Our partners, New York personal injury lawyers Ben Rubinowitz and Peter Sagir represented the family of Marilyn Dershowitz, a retired Manhattan Supreme Court special referee who died in a bicycle accident during which she was hit by a postal tractor trailer truck. Following a two-week bench trial in February U.S. Magistrate Judge Sarah Netburn found the federal government 100% liable for the fatal accident in a 72 page Opinion.
The accident happened on Saturday July 2, 2011. Marylin and her husband Nathan Dershowitz of Dershowitz, Eiger & Adelson, and the brother of Harvard Law professor Alan Dershowitz, were riding their bikes on West 29th street between Ninth and Tenth Ave in Manhattan, New York. Both were wearing a helmet. As they rode under an overpass connecting two US postal mail facilities, the road was narrowed by a protruding Postal Trailer that was perpendicularly parked at a dock. As Mrs Dershowitz was about to ride her bike in the narrower side way, just behind her another postal trailer, driven by Ian Clement, was competing with a silver minivan to get in first in the narrower roadway as due to the parallel parked trailers to the south and the protruding perpendicular Postal Trailer to the north, cars were not able to travel side-by-side. The postal trailer got in before the minivan but he didn’t see the cyclist and hit her as he was veering to the right to be able to fit into the roadway.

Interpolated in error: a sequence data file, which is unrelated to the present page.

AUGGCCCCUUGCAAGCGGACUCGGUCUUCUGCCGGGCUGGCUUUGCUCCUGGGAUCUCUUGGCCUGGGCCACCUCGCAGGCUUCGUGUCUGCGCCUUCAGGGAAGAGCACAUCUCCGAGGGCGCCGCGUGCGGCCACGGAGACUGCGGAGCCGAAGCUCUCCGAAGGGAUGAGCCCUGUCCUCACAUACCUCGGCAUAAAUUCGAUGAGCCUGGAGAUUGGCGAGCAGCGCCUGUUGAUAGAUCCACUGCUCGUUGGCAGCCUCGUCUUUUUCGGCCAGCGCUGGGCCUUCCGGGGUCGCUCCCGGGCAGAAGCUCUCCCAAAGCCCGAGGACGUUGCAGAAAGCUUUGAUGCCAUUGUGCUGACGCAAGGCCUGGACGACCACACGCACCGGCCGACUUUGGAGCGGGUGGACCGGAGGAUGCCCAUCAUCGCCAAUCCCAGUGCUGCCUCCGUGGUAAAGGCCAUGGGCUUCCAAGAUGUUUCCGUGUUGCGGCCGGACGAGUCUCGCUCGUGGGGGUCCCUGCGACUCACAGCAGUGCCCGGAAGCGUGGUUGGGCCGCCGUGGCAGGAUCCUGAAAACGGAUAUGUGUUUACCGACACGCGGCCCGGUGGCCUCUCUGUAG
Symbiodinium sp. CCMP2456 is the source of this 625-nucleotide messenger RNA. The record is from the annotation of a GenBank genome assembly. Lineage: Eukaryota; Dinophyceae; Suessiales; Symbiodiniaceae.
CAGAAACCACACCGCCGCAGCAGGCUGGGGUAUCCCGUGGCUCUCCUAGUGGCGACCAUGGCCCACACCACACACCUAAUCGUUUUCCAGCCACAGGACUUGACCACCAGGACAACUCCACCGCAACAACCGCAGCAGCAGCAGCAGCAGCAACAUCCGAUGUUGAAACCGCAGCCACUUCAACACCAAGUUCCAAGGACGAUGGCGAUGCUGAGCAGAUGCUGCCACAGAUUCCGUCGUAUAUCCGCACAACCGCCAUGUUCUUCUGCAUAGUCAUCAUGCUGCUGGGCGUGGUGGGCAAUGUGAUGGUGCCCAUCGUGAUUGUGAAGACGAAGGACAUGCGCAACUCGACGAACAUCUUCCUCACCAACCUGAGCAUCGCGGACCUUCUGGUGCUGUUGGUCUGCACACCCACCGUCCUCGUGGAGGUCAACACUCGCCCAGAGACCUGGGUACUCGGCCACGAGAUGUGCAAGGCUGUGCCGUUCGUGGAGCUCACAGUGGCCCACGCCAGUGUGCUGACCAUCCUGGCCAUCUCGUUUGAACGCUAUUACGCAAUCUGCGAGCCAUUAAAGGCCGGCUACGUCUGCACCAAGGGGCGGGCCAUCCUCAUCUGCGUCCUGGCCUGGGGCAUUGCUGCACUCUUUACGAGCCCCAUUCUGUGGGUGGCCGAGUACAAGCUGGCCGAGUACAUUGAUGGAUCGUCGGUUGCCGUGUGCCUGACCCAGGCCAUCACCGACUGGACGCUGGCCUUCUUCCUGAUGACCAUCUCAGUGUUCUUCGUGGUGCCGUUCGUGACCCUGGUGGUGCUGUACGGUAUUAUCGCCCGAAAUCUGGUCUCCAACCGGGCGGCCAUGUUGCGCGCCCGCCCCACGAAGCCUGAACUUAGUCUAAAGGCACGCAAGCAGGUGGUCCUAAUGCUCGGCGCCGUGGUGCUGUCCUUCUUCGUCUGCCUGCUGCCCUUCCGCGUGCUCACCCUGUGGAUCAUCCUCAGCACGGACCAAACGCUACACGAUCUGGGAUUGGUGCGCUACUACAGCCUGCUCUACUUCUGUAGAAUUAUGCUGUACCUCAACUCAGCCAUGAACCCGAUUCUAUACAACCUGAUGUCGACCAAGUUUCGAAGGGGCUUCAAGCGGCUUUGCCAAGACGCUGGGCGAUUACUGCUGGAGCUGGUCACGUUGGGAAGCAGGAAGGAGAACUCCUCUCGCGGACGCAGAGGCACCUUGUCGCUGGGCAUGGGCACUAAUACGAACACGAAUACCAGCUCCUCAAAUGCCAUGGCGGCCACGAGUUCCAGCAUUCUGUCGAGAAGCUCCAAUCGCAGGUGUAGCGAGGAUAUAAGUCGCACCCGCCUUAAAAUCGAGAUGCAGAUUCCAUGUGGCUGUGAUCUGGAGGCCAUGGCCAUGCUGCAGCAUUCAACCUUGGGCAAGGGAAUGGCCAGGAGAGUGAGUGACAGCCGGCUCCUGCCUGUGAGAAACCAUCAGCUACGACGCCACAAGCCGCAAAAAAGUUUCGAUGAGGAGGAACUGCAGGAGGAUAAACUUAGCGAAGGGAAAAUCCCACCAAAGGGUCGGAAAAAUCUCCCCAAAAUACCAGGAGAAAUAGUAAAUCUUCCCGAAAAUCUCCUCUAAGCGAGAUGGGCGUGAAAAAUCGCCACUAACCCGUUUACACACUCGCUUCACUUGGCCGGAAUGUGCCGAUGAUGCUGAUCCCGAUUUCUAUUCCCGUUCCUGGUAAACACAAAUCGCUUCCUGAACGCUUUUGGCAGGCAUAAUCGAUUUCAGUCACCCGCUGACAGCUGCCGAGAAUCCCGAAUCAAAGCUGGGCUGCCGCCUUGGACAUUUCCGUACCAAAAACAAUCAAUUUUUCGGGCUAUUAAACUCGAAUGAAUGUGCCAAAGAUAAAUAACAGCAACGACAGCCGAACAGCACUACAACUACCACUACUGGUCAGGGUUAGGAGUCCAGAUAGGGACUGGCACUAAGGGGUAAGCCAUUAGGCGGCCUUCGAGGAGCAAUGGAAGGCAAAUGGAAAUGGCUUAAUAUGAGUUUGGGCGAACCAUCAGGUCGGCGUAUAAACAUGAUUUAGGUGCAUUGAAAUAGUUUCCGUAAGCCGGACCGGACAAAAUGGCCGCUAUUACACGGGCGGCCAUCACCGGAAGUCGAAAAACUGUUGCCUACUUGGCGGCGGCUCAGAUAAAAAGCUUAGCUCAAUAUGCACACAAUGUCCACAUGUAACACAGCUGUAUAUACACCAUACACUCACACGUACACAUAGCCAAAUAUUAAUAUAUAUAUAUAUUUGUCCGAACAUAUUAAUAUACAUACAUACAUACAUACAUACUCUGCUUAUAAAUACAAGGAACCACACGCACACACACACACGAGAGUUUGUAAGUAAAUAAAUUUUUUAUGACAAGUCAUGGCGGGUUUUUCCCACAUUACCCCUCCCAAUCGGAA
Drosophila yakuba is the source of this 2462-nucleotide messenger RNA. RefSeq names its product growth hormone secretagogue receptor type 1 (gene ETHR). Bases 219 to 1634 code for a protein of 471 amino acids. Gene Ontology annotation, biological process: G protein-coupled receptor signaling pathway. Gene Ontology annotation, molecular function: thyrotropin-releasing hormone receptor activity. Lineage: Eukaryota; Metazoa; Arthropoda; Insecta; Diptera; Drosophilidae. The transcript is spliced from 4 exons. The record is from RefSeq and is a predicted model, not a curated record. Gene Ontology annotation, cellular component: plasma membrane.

Southern District Magistrate Judge Sarah Netburn ruled Wednesday that the federal government was 100 percent liable for the accident. Netburn said “a preponderance of the credible evidence” showed that Clement’s driving and the placement of a postal trailer protruding into the street were the “sole, proximate cause of the decedent’s injuries. Mrs. Dershowitz was not contributorily negligent.”
“As tragic an event as this is, the Dershowitz family was relieved to know and vindicated to know the judge found no fault on the part of Marilyn Dershowitz.” commented Ben Rubinowitz. Rubinowitz estimated damages would be approximately $5 million.
Download a pdf of the complete ruling